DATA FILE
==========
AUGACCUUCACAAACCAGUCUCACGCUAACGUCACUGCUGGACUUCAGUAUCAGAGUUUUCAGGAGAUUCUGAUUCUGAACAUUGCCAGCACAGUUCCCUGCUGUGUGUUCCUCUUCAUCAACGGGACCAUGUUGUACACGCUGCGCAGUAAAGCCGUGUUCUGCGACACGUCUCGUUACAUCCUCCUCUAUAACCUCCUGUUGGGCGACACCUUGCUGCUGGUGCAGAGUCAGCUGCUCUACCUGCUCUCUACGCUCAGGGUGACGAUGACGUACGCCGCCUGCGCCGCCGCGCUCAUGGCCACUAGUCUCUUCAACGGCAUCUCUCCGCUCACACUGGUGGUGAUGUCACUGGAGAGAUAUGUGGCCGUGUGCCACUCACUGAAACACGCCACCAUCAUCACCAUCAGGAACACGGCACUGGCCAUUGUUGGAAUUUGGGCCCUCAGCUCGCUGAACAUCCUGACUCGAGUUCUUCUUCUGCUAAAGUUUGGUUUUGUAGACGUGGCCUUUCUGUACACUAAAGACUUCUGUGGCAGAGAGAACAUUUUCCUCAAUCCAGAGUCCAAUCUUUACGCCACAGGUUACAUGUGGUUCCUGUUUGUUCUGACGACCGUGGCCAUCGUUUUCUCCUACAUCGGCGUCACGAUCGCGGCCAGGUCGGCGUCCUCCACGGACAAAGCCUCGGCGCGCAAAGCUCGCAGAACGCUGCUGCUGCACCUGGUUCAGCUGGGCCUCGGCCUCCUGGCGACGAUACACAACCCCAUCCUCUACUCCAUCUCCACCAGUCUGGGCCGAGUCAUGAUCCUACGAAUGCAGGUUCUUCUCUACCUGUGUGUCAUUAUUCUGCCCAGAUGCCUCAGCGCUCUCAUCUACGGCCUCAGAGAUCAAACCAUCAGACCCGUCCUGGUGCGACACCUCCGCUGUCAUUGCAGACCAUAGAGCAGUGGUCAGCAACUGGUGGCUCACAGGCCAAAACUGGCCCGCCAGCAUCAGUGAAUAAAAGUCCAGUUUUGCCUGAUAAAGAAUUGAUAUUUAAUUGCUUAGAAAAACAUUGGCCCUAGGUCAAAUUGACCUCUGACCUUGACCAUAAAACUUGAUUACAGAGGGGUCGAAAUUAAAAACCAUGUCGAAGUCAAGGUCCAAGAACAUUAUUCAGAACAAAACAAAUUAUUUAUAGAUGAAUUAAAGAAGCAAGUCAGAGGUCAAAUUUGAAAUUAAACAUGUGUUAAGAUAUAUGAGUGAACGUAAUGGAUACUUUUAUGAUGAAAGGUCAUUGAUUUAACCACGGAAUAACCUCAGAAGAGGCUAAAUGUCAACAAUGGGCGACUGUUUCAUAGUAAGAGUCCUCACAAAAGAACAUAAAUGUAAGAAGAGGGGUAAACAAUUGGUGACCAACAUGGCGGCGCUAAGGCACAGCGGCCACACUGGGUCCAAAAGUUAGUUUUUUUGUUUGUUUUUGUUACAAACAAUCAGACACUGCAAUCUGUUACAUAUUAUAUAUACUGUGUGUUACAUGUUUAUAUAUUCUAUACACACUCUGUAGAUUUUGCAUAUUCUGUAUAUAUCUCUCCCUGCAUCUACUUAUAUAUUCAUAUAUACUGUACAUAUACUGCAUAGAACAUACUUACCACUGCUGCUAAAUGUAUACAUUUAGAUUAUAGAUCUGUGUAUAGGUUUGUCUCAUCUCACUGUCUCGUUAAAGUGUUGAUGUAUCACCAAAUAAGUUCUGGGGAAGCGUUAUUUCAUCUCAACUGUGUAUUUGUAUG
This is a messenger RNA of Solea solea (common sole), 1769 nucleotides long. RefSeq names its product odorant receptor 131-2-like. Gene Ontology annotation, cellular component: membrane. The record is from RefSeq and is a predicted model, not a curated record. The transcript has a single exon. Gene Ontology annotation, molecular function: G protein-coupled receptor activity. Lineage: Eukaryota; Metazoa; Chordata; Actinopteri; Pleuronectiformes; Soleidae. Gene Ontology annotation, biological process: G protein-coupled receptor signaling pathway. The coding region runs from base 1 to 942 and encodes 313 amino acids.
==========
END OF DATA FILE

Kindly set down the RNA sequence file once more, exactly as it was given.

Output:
AUGACCUUCACAAACCAGUCUCACGCUAACGUCACUGCUGGACUUCAGUAUCAGAGUUUUCAGGAGAUUCUGAUUCUGAACAUUGCCAGCACAGUUCCCUGCUGUGUGUUCCUCUUCAUCAACGGGACCAUGUUGUACACGCUGCGCAGUAAAGCCGUGUUCUGCGACACGUCUCGUUACAUCCUCCUCUAUAACCUCCUGUUGGGCGACACCUUGCUGCUGGUGCAGAGUCAGCUGCUCUACCUGCUCUCUACGCUCAGGGUGACGAUGACGUACGCCGCCUGCGCCGCCGCGCUCAUGGCCACUAGUCUCUUCAACGGCAUCUCUCCGCUCACACUGGUGGUGAUGUCACUGGAGAGAUAUGUGGCCGUGUGCCACUCACUGAAACACGCCACCAUCAUCACCAUCAGGAACACGGCACUGGCCAUUGUUGGAAUUUGGGCCCUCAGCUCGCUGAACAUCCUGACUCGAGUUCUUCUUCUGCUAAAGUUUGGUUUUGUAGACGUGGCCUUUCUGUACACUAAAGACUUCUGUGGCAGAGAGAACAUUUUCCUCAAUCCAGAGUCCAAUCUUUACGCCACAGGUUACAUGUGGUUCCUGUUUGUUCUGACGACCGUGGCCAUCGUUUUCUCCUACAUCGGCGUCACGAUCGCGGCCAGGUCGGCGUCCUCCACGGACAAAGCCUCGGCGCGCAAAGCUCGCAGAACGCUGCUGCUGCACCUGGUUCAGCUGGGCCUCGGCCUCCUGGCGACGAUACACAACCCCAUCCUCUACUCCAUCUCCACCAGUCUGGGCCGAGUCAUGAUCCUACGAAUGCAGGUUCUUCUCUACCUGUGUGUCAUUAUUCUGCCCAGAUGCCUCAGCGCUCUCAUCUACGGCCUCAGAGAUCAAACCAUCAGACCCGUCCUGGUGCGACACCUCCGCUGUCAUUGCAGACCAUAGAGCAGUGGUCAGCAACUGGUGGCUCACAGGCCAAAACUGGCCCGCCAGCAUCAGUGAAUAAAAGUCCAGUUUUGCCUGAUAAAGAAUUGAUAUUUAAUUGCUUAGAAAAACAUUGGCCCUAGGUCAAAUUGACCUCUGACCUUGACCAUAAAACUUGAUUACAGAGGGGUCGAAAUUAAAAACCAUGUCGAAGUCAAGGUCCAAGAACAUUAUUCAGAACAAAACAAAUUAUUUAUAGAUGAAUUAAAGAAGCAAGUCAGAGGUCAAAUUUGAAAUUAAACAUGUGUUAAGAUAUAUGAGUGAACGUAAUGGAUACUUUUAUGAUGAAAGGUCAUUGAUUUAACCACGGAAUAACCUCAGAAGAGGCUAAAUGUCAACAAUGGGCGACUGUUUCAUAGUAAGAGUCCUCACAAAAGAACAUAAAUGUAAGAAGAGGGGUAAACAAUUGGUGACCAACAUGGCGGCGCUAAGGCACAGCGGCCACACUGGGUCCAAAAGUUAGUUUUUUUGUUUGUUUUUGUUACAAACAAUCAGACACUGCAAUCUGUUACAUAUUAUAUAUACUGUGUGUUACAUGUUUAUAUAUUCUAUACACACUCUGUAGAUUUUGCAUAUUCUGUAUAUAUCUCUCCCUGCAUCUACUUAUAUAUUCAUAUAUACUGUACAUAUACUGCAUAGAACAUACUUACCACUGCUGCUAAAUGUAUACAUUUAGAUUAUAGAUCUGUGUAUAGGUUUGUCUCAUCUCACUGUCUCGUUAAAGUGUUGAUGUAUCACCAAAUAAGUUCUGGGGAAGCGUUAUUUCAUCUCAACUGUGUAUUUGUAUG
This is a messenger RNA of Solea solea (common sole), 1769 nucleotides long. RefSeq names its product odorant receptor 131-2-like. Gene Ontology annotation, cellular component: membrane. The record is from RefSeq and is a predicted model, not a curated record. The transcript has a single exon. Gene Ontology annotation, molecular function: G protein-coupled receptor activity. Lineage: Eukaryota; Metazoa; Chordata; Actinopteri; Pleuronectiformes; Soleidae. Gene Ontology annotation, biological process: G protein-coupled receptor signaling pathway. The coding region runs from base 1 to 942 and encodes 313 amino acids.